In the Name of the Father and of the Son and of the Holy Spirit. Amen.
I have always calculated. From the time I was a child, I calculated how much candy I ate at Halloween, and how much I had left. I calculated how to make best use of money I got for birthdays and holidays. I calculated how much I could give away so that it wouldn’t affect me too much. I calculate how to do things in the least difficult or inconvenient way. I calculate how much I need to spend on others before I can feel okay spending on myself. I calculate the things I’ve done and the things I deserve. I calculate how to do things so I look best, and I calculate what people will think of me if I do something or not. I calculate my sin—laying it out before me low to high, bad to worse—and then I think I’m in a position to calculate God’s mercy. Calculation is close kin to measurement, which is cousin to counting and dividing, and they are all the bastard children of the Law.
But Jesus puts an end to all calculation, all measurement, all keeping track. It’s all or nothing; reward in this world or reward in the next. Everything in God through Christ or everything in this world through other people. Either you keep track for the sake of what people see when they look at you and what you do; or you do everything in Christ, knowing that God is your loving Father in heaven. Either you are a hypocrite who does not trust God to give the entire Kingdom to His beloved children, and so you settle for the best you can get in this world; or you are a beggar who cannot be trusted even to see your own sin clearly and so you entrust yourself to the merciful rewarding of a gracious God. Either you do works of mercy so that people will see how generous, good, and nice you are; or you do them because you are how the Father serves His creatures. Either you pray because you want people to see how religious and pious you are, or you pray because you know that you have a Father in heaven who hears and will never forsake you—not even when you can see no good thing around you. Either you fast to show everyone how much you can give up for God, or you fast to discipline your sinful flesh, which wants everything it can get, everything it can eat, everything it can buy, everything it can consume. There is no in-between. It is either/or. So that there is no reward but the measured-out, calculated reward according to works; or the freely given, more than enough, unlimited reward that a Father gives to His children, just because they’re His.
I calculate. I measure out. I count up. I keep track. I’m afraid that if I don’t find a way to let people know what and how much I’ve done, then no one will know. But Jesus says that if people know, that’s all the reward I’m due. And what good is that? People are as fickle—or as unmoving—as the Law. As long as you can keep up appearances, and convince people that righteous is as righteous does, everything will be fine. But slip up once in a major way, or slip up in a thousand small ways, and you will face the calculated judgment of the Law and all its careful defenders. Not your heavenly Father. Not for you, who have died with Christ, burying your sinful nature in ashes, dust, and water. Not for you; for you Jesus has done the only work of mercy worthy of the name. For you Jesus has prayed to His heavenly Father. For you Jesus fasted in the wilderness and brought the devil to his knees. For you Jesus rose so that your body of dust, once it has returned whence it came, will leave behind the ground forever. For you Jesus was consumed in the fire of God’s wrath, so that the ashes of repentance will be remade into the palms of rejoicing.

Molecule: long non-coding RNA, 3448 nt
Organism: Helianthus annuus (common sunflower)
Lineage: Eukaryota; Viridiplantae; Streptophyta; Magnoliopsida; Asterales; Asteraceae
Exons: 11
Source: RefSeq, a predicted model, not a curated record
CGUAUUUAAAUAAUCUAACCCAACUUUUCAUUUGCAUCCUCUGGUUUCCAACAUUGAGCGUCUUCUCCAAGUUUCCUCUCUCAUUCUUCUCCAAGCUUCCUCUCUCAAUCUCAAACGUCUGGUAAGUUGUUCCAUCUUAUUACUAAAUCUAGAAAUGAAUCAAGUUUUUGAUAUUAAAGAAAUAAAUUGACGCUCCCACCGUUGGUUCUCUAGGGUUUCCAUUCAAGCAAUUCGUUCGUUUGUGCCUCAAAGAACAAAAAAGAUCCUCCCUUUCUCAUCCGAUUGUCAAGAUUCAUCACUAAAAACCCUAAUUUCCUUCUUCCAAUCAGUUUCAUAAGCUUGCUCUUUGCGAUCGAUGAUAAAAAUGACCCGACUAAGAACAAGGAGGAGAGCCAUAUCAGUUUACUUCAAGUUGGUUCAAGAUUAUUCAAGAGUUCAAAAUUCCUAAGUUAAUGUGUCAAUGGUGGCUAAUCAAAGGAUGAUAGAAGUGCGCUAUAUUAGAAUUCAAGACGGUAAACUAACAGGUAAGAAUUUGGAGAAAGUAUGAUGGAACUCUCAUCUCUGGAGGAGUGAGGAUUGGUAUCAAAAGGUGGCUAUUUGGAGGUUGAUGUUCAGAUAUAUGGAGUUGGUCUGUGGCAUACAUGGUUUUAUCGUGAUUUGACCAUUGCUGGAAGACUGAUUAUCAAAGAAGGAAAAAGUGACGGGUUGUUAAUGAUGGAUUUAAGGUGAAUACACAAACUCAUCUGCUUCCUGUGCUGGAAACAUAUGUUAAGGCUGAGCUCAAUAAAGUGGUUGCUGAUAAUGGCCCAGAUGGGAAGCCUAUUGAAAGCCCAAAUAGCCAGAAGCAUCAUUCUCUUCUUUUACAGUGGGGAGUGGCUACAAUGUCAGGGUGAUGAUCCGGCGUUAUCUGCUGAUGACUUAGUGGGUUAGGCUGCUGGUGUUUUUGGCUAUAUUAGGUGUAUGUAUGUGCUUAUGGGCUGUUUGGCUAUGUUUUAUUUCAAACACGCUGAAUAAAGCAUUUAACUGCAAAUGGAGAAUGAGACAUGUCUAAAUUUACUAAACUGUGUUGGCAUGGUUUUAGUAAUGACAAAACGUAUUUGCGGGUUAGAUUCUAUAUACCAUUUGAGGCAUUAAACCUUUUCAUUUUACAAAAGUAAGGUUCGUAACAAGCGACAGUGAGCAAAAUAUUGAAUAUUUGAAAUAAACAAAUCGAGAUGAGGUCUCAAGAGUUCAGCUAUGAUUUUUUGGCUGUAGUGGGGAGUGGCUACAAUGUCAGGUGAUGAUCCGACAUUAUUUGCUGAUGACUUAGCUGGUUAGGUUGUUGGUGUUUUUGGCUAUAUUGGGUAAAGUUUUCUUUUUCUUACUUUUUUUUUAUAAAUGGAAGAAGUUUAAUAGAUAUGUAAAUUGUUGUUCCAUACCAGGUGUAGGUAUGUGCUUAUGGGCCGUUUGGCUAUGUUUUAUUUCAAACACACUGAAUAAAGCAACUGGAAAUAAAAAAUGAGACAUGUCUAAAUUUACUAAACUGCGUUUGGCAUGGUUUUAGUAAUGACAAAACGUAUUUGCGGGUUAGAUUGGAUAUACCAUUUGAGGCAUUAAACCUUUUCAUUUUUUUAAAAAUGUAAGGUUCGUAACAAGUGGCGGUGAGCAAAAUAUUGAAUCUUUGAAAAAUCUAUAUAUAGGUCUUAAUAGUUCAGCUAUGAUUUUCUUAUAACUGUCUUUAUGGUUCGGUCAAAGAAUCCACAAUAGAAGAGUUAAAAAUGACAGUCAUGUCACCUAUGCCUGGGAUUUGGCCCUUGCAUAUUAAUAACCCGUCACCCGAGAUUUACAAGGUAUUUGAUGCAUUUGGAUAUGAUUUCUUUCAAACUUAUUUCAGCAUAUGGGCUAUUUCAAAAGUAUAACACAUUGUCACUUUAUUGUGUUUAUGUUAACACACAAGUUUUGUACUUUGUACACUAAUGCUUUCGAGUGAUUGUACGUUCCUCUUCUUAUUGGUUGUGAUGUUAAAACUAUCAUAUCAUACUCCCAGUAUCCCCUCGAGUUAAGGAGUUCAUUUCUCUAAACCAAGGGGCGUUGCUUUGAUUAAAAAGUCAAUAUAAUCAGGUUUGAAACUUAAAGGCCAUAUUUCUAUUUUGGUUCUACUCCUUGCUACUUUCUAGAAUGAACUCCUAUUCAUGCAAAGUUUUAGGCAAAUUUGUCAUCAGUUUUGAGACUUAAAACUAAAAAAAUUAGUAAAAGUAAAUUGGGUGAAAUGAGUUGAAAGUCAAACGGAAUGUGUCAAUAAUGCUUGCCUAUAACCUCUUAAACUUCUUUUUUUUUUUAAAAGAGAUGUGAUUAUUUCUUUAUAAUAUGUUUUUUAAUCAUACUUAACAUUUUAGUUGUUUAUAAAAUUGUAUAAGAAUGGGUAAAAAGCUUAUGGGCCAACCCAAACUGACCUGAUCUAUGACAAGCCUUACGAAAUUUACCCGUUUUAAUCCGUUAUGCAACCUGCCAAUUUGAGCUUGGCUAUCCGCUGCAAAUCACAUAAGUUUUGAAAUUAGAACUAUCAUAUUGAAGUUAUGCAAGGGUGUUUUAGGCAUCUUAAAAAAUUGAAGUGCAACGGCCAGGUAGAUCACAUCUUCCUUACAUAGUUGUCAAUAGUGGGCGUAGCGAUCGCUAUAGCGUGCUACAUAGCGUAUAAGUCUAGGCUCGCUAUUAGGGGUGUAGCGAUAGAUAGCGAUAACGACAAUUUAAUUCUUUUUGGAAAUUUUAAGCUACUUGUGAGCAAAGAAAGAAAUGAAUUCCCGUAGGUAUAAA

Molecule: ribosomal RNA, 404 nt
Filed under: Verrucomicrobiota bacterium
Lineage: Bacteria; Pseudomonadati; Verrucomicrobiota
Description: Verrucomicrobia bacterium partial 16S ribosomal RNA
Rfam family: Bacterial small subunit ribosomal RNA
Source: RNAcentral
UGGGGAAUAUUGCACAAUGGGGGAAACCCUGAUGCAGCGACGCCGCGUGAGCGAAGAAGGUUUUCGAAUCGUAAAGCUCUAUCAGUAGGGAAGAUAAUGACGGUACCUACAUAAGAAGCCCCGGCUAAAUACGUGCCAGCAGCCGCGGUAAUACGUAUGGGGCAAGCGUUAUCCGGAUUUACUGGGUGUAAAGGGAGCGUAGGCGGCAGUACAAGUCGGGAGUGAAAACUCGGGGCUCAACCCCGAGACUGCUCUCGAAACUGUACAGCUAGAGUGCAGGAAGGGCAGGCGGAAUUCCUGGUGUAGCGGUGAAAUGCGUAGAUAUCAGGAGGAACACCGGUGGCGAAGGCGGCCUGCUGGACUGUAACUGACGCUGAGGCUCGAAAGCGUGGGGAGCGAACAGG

Lent is not a time for calculation. God has calculated the depth of your sin and mine, and only His Son knows the hell it merits. So do not calculate what you and your works, so much dust and ashes, are worth. God gives everything for you; your neighbor needs everything from you; and your reward will cover everything you have done and left undone. Do not point with your left hand to what your right hand has done; whatever your hand finds to do in service to someone else, do it. Do not direct your prayers to the people around you; pray with the simple words of a child to his loving father. Do not tell everyone what you’re giving up for Lent; just do what you need to do for the sake of self-discipline. Self-control is for the sake of your flesh to better carry out your vocation; mercy is for the sake of your neighbor; and reward is yours for the sake of Christ. And the goodness of God in Christ can never be calculated or divided out, it can only be received in full, indivisible, with the uncalculated joy of children.
In the Name of the Father and of the Son and of the Holy Spirit. Amen. “And the peace of God, which surpasses all understanding, will guard your hearts and your minds in Christ Jesus” (Philippians 4:7, ESV). Amen.
– Pr. Timothy Winterstein, 2/17/15